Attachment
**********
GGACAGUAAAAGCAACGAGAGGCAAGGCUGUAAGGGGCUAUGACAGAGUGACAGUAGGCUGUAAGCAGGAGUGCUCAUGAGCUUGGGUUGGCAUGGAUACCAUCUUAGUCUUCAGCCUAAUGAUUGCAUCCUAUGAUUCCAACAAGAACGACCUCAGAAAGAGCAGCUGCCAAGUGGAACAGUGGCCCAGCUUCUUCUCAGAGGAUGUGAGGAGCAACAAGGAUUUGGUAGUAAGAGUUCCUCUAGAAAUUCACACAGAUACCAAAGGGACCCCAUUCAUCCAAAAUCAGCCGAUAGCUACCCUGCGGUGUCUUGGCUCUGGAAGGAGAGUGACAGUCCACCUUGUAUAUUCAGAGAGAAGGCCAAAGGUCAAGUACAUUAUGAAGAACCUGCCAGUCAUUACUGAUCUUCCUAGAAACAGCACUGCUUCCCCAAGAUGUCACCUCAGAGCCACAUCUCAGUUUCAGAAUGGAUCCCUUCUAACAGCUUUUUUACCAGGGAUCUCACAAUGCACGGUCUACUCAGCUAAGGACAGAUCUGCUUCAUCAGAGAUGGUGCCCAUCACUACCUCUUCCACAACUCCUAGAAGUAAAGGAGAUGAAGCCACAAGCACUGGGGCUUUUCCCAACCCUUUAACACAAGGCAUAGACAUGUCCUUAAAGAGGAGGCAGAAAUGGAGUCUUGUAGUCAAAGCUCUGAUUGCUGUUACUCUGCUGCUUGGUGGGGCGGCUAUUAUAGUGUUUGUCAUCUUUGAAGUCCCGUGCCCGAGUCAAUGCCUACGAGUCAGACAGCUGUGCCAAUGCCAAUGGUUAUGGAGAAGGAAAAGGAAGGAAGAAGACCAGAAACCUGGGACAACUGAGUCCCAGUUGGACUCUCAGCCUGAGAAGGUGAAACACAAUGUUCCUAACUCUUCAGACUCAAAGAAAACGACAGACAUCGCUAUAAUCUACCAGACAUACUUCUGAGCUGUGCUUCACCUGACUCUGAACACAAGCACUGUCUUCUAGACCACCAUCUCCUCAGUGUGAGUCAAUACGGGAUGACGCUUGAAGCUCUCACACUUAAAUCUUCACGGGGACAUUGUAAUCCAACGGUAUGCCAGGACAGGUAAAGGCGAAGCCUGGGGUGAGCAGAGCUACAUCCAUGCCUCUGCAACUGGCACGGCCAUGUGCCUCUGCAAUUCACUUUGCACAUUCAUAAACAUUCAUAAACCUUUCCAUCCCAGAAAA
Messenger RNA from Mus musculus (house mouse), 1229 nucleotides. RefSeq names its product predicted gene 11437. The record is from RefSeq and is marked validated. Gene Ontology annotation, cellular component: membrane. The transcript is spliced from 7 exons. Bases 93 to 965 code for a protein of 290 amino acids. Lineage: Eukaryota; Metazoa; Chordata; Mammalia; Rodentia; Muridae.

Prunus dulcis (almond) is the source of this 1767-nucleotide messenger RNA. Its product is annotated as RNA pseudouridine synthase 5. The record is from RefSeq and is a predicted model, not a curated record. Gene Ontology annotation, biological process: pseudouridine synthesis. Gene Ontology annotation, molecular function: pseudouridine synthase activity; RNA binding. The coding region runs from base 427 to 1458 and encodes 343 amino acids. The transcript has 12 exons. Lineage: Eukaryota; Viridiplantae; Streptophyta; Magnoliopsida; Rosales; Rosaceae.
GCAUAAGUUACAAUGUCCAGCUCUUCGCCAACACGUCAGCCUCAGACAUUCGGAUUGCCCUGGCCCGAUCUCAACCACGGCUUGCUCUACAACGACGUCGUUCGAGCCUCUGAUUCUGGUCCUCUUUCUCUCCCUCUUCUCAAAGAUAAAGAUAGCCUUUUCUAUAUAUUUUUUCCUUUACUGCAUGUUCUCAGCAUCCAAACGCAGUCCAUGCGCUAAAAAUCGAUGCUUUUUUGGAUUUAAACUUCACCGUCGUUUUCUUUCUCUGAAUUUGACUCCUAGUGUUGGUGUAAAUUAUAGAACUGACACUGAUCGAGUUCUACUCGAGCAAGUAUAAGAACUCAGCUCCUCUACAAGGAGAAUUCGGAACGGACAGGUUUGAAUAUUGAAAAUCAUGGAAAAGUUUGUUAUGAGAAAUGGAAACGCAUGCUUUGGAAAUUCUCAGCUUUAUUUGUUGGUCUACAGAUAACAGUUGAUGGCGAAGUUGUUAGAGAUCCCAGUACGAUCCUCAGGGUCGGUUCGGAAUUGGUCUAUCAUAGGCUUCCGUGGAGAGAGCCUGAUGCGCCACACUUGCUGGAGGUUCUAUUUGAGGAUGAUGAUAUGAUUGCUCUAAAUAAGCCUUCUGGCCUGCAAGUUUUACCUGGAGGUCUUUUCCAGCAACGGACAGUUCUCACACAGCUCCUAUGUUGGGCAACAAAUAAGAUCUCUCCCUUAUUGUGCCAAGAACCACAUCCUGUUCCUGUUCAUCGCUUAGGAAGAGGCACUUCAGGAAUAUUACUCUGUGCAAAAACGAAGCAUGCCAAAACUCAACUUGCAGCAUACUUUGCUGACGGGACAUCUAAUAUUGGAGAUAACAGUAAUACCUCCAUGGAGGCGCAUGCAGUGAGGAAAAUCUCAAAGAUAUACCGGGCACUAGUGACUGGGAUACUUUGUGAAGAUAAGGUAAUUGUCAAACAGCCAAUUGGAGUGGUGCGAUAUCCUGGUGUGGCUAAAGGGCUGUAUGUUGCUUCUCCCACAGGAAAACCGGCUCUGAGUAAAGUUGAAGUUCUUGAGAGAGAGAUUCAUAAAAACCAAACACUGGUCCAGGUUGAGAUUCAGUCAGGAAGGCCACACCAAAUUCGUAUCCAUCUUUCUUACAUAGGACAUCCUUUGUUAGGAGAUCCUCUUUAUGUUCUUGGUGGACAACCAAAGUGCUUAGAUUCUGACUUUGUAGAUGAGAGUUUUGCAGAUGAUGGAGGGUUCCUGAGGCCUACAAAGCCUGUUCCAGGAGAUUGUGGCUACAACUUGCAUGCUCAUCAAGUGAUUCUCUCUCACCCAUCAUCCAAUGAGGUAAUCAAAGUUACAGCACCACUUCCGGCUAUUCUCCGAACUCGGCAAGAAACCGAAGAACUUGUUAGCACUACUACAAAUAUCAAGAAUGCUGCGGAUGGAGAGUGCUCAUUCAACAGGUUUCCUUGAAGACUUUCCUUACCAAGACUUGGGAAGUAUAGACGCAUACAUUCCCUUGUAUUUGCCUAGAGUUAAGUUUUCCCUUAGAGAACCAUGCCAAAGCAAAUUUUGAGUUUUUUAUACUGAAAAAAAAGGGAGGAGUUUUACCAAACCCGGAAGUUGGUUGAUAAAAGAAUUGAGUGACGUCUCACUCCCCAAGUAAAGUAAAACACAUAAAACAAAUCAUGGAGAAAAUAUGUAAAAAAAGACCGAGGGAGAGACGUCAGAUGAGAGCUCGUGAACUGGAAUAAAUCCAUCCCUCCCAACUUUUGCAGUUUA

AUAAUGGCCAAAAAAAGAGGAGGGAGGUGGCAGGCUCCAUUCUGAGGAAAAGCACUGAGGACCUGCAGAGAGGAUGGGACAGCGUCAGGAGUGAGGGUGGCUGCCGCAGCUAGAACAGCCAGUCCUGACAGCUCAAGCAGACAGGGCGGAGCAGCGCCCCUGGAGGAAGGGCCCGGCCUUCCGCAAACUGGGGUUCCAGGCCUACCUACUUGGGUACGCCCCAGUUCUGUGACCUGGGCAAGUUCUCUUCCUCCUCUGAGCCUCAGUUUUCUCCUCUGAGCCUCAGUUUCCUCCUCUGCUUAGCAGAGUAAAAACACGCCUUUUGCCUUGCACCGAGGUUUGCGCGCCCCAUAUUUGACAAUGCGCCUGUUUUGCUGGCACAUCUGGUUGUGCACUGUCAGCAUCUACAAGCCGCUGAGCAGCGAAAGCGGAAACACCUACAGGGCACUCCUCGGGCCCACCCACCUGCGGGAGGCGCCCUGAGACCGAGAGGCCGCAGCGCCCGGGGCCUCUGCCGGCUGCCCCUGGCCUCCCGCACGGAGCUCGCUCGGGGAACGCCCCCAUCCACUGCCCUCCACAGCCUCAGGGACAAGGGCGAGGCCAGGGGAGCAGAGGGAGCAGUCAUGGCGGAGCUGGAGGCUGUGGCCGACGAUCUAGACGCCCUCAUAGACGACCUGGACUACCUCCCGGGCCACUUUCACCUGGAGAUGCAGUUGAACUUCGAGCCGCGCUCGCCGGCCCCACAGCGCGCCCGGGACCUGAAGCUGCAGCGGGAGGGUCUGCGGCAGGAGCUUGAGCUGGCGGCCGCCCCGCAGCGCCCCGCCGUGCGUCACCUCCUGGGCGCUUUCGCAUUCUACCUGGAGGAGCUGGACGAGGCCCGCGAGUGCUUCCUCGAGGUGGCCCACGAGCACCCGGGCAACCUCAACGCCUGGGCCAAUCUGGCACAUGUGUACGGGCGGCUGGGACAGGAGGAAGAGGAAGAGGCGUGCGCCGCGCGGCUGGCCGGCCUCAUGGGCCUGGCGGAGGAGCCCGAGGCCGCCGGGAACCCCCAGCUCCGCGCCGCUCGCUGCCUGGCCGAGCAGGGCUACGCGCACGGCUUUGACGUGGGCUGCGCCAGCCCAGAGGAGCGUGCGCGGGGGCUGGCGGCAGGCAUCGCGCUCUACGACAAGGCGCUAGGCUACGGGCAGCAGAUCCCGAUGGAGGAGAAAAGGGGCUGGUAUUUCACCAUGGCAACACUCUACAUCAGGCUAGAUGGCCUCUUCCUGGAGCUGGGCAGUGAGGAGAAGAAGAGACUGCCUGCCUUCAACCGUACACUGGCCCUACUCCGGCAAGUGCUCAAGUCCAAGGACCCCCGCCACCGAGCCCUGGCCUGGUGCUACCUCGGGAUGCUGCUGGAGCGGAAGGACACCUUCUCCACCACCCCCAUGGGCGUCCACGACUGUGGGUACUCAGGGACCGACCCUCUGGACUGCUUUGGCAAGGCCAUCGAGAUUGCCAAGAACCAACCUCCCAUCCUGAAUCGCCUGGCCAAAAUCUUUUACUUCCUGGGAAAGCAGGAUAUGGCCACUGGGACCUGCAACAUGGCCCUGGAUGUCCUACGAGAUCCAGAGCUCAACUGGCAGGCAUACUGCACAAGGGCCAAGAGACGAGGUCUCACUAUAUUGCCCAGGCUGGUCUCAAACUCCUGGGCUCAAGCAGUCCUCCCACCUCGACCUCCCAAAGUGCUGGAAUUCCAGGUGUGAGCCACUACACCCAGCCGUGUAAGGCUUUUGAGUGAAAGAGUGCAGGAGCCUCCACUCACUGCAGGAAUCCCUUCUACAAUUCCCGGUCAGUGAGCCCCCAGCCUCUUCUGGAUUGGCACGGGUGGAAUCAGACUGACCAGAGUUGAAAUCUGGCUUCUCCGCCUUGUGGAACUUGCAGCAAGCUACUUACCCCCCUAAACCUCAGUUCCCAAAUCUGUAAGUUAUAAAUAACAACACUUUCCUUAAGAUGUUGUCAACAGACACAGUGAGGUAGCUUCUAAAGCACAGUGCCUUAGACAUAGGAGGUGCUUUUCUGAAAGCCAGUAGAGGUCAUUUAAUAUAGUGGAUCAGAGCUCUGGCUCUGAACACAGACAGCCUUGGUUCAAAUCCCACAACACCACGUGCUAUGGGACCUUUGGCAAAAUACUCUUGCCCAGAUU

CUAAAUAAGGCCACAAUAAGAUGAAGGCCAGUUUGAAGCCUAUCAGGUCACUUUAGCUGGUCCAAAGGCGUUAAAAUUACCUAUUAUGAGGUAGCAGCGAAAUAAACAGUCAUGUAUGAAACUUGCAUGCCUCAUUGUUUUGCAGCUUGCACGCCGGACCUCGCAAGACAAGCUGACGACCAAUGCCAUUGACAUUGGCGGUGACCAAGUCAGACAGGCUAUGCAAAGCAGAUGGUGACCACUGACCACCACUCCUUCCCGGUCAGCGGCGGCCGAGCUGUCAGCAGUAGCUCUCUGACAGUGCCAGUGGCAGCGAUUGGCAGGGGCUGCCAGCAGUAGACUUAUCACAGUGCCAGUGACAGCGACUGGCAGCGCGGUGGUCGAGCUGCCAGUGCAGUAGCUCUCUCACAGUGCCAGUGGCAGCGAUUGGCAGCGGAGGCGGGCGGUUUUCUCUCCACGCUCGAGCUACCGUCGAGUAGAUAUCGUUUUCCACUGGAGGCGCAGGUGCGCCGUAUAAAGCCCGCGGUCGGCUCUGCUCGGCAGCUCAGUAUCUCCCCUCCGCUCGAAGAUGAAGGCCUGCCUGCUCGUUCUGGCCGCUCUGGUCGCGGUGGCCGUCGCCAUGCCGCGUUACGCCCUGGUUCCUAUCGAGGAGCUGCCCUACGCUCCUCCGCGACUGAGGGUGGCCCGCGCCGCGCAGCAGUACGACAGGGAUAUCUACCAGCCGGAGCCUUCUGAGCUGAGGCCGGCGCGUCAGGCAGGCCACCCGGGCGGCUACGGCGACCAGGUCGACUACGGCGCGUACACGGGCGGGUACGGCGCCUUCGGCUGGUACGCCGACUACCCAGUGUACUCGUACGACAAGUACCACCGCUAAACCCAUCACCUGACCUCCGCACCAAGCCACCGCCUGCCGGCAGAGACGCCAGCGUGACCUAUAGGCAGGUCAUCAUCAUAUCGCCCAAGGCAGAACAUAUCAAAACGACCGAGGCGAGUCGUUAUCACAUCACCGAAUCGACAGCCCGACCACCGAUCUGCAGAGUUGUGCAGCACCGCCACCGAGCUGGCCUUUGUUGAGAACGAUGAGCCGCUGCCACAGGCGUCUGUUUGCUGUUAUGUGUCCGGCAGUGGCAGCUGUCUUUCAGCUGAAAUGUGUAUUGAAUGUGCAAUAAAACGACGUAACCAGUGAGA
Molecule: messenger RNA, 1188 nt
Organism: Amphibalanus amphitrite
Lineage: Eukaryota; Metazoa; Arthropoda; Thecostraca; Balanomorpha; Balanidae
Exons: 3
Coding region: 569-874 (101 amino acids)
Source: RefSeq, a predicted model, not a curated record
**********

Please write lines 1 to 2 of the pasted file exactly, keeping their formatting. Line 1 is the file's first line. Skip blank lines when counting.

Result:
GGACAGUAAAAGCAACGAGAGGCAAGGCUGUAAGGGGCUAUGACAGAGUGACAGUAGGCUGUAAGCAGGAGUGCUCAUGAGCUUGGGUUGGCAUGGAUACCAUCUUAGUCUUCAGCCUAAUGAUUGCAUCCUAUGAUUCCAACAAGAACGACCUCAGAAAGAGCAGCUGCCAAGUGGAACAGUGGCCCAGCUUCUUCUCAGAGGAUGUGAGGAGCAACAAGGAUUUGGUAGUAAGAGUUCCUCUAGAAAUUCACACAGAUACCAAAGGGACCCCAUUCAUCCAAAAUCAGCCGAUAGCUACCCUGCGGUGUCUUGGCUCUGGAAGGAGAGUGACAGUCCACCUUGUAUAUUCAGAGAGAAGGCCAAAGGUCAAGUACAUUAUGAAGAACCUGCCAGUCAUUACUGAUCUUCCUAGAAACAGCACUGCUUCCCCAAGAUGUCACCUCAGAGCCACAUCUCAGUUUCAGAAUGGAUCCCUUCUAACAGCUUUUUUACCAGGGAUCUCACAAUGCACGGUCUACUCAGCUAAGGACAGAUCUGCUUCAUCAGAGAUGGUGCCCAUCACUACCUCUUCCACAACUCCUAGAAGUAAAGGAGAUGAAGCCACAAGCACUGGGGCUUUUCCCAACCCUUUAACACAAGGCAUAGACAUGUCCUUAAAGAGGAGGCAGAAAUGGAGUCUUGUAGUCAAAGCUCUGAUUGCUGUUACUCUGCUGCUUGGUGGGGCGGCUAUUAUAGUGUUUGUCAUCUUUGAAGUCCCGUGCCCGAGUCAAUGCCUACGAGUCAGACAGCUGUGCCAAUGCCAAUGGUUAUGGAGAAGGAAAAGGAAGGAAGAAGACCAGAAACCUGGGACAACUGAGUCCCAGUUGGACUCUCAGCCUGAGAAGGUGAAACACAAUGUUCCUAACUCUUCAGACUCAAAGAAAACGACAGACAUCGCUAUAAUCUACCAGACAUACUUCUGAGCUGUGCUUCACCUGACUCUGAACACAAGCACUGUCUUCUAGACCACCAUCUCCUCAGUGUGAGUCAAUACGGGAUGACGCUUGAAGCUCUCACACUUAAAUCUUCACGGGGACAUUGUAAUCCAACGGUAUGCCAGGACAGGUAAAGGCGAAGCCUGGGGUGAGCAGAGCUACAUCCAUGCCUCUGCAACUGGCACGGCCAUGUGCCUCUGCAAUUCACUUUGCACAUUCAUAAACAUUCAUAAACCUUUCCAUCCCAGAAAA
Messenger RNA from Mus musculus (house mouse), 1229 nucleotides. RefSeq names its product predicted gene 11437. The record is from RefSeq and is marked validated. Gene Ontology annotation, cellular component: membrane. The transcript is spliced from 7 exons. Bases 93 to 965 code for a protein of 290 amino acids. Lineage: Eukaryota; Metazoa; Chordata; Mammalia; Rodentia; Muridae.